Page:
PHILADELPHIA — A first-of-its-kind set of questions included in the Internal Medicine In-Training Examination (IM-ITE) illustrates the need to better evaluate resident proficiency in high-value care (HVC), according to a new study published in Annals of Internal Medicine. HVC, which balances the benefits of tests and treatments with the potential harms and costs, minimizes overall patient harms and incorporates patient preferences into care decisions.
As part of this study, lead author Kira Ryskina, MD, a general internal medicine fellow in the Perelman School of Medicine at the University of Pennsylvania, and a team of medical education experts led by Cynthia Smith, MD, senior physician educator at the American College of Physicians, validated a set of 38 HVC questions incorporated into the October 2012 IM-ITE administered to more than 18,000 internal medicine residents throughout the United States. The HVC questions pertained to issues such as managing conservatively when appropriate and identifying low-value care. The study found that scores on these questions measured a unique aspect of resident knowledge and were inversely associated with the training hospital’s care intensity—a measure of hospital days and doctor visits for Medicare recipients in the last two years of life.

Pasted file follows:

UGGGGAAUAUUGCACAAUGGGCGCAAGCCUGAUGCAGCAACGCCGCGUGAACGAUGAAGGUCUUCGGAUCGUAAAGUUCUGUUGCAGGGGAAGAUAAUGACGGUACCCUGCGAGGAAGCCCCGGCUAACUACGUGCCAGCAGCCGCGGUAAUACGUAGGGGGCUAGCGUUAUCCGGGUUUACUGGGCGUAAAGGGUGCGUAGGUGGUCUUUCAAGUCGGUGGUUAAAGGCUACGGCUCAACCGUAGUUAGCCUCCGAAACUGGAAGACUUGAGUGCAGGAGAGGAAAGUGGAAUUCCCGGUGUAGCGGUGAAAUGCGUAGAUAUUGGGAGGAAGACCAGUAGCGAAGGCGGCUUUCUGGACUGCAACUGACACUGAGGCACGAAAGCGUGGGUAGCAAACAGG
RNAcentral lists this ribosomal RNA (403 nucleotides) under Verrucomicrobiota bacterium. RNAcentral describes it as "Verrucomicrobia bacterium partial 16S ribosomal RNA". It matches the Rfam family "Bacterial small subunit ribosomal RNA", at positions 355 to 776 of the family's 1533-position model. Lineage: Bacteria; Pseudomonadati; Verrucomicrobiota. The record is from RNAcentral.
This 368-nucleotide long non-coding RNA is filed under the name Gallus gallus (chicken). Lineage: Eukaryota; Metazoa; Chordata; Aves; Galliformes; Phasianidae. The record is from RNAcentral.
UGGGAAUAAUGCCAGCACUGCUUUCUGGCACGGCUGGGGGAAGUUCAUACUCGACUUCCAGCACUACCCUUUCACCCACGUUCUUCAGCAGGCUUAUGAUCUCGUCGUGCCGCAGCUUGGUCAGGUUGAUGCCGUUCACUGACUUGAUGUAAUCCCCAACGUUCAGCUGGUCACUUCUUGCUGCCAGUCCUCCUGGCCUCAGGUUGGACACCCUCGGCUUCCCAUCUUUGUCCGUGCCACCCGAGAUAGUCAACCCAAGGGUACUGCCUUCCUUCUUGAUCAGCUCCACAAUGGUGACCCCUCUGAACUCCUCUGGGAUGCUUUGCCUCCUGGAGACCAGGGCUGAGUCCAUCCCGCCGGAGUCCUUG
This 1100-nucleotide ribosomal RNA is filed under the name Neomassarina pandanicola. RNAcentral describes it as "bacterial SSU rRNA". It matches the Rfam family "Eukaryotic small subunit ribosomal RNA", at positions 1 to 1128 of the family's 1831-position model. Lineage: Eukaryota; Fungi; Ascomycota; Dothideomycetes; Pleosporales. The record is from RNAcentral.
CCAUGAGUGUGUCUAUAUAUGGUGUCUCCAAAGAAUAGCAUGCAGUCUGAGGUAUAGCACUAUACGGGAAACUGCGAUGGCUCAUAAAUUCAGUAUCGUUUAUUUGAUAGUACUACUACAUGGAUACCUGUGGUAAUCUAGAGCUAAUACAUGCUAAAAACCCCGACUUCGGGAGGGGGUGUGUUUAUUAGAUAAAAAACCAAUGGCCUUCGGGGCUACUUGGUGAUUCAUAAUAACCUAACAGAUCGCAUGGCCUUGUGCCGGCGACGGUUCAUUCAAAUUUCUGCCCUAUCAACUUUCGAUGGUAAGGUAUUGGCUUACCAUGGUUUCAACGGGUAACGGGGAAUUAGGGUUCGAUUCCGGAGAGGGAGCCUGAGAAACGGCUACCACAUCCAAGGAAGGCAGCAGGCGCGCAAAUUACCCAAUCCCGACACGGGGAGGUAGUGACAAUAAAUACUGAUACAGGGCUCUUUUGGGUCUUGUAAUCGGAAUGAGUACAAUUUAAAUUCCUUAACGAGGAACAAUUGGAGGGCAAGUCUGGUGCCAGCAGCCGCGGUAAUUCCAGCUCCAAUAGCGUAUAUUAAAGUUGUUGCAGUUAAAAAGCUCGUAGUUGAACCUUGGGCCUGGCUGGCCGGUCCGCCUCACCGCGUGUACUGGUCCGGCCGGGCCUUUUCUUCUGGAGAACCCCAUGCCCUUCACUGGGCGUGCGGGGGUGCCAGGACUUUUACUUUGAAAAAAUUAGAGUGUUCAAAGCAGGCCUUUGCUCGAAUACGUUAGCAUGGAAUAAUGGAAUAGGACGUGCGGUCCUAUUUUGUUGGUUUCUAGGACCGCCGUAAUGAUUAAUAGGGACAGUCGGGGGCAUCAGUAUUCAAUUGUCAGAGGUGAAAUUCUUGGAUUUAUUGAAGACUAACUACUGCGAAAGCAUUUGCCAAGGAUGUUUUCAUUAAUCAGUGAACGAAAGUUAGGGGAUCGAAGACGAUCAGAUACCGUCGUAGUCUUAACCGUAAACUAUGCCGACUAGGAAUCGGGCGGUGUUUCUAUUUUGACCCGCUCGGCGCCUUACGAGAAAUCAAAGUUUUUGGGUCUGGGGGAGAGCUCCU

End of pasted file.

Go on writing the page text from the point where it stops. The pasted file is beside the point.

“Although the findings don’t point to a clear answer on how best to test resident knowledge of high-value care, the HVC sub-score represents a first step in this effort,” said Dr. Ryskina. “Institutional culture appears to play a role in how well physicians in training recognize situations when ordering more tests or treatments is unnecessary or even harmful to patients.”
For more details about this study, please refer to the American College of Physicians’ press release.
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